Bolivia: 24 defendants in failed military uprising against Arce face precautionary measures for taking over the Army

Bolivia: 24 defendants in failed military uprising against Arce face precautionary measures for taking over the Army
Bolivia: 24 defendants in failed military uprising against Arce face precautionary measures for taking over the Army
Bolivia: 24 defendants in failed military uprising against Arce face precautionary measures for taking over the Army (AP)

The investigation into the military takeover that occurred on June 26 in Bolivia includes 24 people so far and has been expanded to include three other crimes in addition to armed uprising and terrorism, the State Attorney General’s Office (PGE) reported on Saturday.

“To date, and ten days after the opening of the preliminary investigation stage, the Public Prosecutor’s Office has issued six formal charges, which in turn led to the imposition of personal precautionary measures against 24 people,” states a press release from the PGE.

The entity in charge of state defense detailed the list of those under investigation, which includes the dismissed Army commander Juan José Zuñiga and other former military chiefs, as well as the alleged “ideologist” of the uprising, the civilian Aníbal Aguilar, who was an advisor to the office of the Ministry of Defense.

The charges against the president and other state dignitaries, the destruction or deterioration of state property and national wealth, and the misuse of public goods and services were added to the crimes of armed uprising and terrorism that were the subject of the investigation, he said.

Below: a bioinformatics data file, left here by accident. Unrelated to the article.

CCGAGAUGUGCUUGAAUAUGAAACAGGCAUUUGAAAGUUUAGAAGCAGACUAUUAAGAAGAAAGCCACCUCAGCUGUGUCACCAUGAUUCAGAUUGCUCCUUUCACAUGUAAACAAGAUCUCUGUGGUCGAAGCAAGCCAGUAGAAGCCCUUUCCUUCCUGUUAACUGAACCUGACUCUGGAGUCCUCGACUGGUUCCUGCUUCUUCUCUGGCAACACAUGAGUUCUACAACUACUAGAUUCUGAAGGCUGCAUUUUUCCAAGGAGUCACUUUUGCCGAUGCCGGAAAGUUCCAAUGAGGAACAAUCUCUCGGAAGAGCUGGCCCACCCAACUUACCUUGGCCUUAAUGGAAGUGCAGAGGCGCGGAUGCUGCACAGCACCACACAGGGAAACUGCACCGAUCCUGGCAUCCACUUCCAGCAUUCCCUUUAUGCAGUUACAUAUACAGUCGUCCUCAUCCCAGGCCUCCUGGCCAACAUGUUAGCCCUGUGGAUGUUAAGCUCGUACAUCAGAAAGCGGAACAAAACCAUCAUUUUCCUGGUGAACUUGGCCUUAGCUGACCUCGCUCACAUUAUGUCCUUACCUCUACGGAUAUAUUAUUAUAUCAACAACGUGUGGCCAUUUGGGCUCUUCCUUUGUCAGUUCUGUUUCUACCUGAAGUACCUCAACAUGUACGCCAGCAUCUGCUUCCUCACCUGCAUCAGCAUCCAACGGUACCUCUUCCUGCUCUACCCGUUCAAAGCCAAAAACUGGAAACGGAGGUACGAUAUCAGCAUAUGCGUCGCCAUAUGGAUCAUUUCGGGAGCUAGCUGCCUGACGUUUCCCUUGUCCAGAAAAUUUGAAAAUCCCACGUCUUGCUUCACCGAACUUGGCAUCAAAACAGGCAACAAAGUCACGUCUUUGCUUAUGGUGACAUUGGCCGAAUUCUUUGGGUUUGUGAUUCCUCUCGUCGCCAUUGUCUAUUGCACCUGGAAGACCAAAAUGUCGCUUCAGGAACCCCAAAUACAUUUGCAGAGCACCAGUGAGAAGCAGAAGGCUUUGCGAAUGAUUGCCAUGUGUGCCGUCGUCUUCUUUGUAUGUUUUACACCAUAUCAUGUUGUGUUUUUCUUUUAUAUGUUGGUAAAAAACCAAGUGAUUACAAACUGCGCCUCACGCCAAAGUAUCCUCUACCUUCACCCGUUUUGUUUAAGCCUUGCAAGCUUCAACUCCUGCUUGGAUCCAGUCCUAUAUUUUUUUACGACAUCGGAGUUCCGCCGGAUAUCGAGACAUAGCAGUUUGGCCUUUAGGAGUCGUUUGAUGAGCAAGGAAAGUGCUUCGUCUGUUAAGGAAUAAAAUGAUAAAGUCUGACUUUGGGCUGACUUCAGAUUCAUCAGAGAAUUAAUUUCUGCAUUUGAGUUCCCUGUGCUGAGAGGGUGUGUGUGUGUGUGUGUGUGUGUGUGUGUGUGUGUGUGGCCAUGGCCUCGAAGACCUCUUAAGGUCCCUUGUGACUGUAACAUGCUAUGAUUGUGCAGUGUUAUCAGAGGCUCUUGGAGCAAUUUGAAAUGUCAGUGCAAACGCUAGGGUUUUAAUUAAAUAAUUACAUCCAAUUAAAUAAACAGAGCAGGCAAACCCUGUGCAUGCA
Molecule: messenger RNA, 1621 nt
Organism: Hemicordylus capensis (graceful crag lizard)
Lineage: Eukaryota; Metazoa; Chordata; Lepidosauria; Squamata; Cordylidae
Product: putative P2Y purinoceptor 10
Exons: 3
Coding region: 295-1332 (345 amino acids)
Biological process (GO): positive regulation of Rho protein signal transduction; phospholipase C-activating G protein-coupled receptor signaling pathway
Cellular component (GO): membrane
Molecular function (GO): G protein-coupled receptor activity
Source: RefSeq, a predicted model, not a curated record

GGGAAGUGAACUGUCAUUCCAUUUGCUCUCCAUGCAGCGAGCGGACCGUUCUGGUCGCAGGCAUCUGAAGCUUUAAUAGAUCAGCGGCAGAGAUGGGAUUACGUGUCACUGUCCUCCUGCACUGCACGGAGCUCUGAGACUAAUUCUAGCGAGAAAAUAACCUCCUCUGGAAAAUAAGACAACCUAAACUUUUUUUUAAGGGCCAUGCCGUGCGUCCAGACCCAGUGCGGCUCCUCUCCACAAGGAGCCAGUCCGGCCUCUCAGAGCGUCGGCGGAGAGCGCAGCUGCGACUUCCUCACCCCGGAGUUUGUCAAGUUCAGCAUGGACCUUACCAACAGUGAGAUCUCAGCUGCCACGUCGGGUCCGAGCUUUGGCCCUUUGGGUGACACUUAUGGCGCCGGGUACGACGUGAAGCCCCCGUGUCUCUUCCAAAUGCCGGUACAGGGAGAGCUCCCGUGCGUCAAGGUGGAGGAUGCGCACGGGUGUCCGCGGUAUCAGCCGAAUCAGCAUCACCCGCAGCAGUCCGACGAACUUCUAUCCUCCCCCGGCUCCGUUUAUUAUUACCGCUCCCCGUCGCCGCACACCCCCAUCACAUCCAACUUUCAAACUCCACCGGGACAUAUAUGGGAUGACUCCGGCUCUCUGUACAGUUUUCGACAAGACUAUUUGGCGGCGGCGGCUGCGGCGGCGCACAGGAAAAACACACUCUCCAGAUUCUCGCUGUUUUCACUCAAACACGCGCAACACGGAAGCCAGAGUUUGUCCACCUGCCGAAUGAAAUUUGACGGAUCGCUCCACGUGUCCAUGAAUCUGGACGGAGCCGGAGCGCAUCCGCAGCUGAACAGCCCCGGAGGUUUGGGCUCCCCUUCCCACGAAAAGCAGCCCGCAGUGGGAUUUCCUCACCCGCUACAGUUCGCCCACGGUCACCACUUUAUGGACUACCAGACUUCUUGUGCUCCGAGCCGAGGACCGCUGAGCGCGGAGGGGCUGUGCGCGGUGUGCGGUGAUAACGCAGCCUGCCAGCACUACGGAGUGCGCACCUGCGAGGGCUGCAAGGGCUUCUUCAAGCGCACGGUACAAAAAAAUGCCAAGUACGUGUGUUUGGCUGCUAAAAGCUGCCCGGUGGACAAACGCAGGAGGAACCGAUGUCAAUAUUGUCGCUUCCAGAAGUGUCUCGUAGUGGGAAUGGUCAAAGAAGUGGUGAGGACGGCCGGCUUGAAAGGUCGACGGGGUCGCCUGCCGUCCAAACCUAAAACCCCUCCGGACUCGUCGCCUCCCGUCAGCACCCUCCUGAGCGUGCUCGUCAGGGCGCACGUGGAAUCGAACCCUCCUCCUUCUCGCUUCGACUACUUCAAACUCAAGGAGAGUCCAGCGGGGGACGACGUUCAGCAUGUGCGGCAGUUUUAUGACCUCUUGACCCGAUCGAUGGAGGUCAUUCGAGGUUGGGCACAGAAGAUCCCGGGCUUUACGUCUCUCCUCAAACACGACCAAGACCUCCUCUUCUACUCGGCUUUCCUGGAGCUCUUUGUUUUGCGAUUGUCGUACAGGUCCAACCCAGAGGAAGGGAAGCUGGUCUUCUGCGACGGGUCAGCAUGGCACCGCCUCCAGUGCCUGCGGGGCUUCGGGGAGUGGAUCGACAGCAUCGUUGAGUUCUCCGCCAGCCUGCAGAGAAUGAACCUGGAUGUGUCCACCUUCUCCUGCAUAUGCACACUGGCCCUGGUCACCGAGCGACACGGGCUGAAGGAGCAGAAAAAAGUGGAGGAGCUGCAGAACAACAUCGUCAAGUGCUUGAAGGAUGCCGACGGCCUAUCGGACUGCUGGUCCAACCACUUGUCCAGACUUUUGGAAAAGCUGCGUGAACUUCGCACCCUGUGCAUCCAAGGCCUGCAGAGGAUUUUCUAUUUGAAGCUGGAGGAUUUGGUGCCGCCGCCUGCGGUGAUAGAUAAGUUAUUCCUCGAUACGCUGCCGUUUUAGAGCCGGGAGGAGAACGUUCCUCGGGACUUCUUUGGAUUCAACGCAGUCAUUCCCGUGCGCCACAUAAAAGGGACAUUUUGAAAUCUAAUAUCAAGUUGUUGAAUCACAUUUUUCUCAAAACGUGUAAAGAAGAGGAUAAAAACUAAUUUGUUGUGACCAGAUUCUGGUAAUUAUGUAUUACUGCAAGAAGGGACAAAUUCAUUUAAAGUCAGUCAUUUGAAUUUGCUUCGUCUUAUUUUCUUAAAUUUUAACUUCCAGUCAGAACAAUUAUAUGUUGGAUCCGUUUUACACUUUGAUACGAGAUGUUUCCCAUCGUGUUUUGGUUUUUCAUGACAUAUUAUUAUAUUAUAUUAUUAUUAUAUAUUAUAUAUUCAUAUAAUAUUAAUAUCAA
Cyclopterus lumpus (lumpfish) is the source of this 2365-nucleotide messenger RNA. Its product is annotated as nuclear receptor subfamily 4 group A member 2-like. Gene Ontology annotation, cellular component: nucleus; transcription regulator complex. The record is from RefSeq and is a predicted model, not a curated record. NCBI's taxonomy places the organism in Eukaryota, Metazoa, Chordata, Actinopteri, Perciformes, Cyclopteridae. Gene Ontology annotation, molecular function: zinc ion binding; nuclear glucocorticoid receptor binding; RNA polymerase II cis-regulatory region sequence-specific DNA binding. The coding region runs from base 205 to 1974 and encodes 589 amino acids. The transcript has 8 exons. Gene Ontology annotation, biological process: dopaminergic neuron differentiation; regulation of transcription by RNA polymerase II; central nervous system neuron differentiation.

The Attorney General’s Office added that this case will be “a message against impunity and the non-repetition of the commission of very serious crimes that threaten popular sovereignty, external security and the internal order of the country.”

On this day it was also learned that the Justice decided to revoke the house arrest that Aguilar, 71 years old, had benefited from, and sent him to preventive detention for five months to the San Pedro prison in La Paz.

Last week, soldiers under the command of the now dismissed Army commander took over the presidential headquarters in La Paz for a few hours, which was described by the government of Luis Arce as an “attempted coup d’état.”

After Arce relieved the military high command on the same day, Zuñiga and the troops retreated, the former commander was arrested and is now being held preventively in a prison in the center of the country.

During his arrest, Zuñiga accused Arce of having ordered the military action to “boost his popularity.”

The opposition in Bolivia said that Zuñiga’s operation and the confrontation with Arce were a “set-up” and a “self-coup” to increase the popularity of the government, something that former president and leader of the ruling party Evo Morales (2006-2019), who is estranged from the president, has agreed with.

In an interview with EFE, Arce said he never had a close relationship with Zuñiga and that “someone whispered in the ear” of the former military chief to make him believe that “he could be president.”

(With information from EFE)

 
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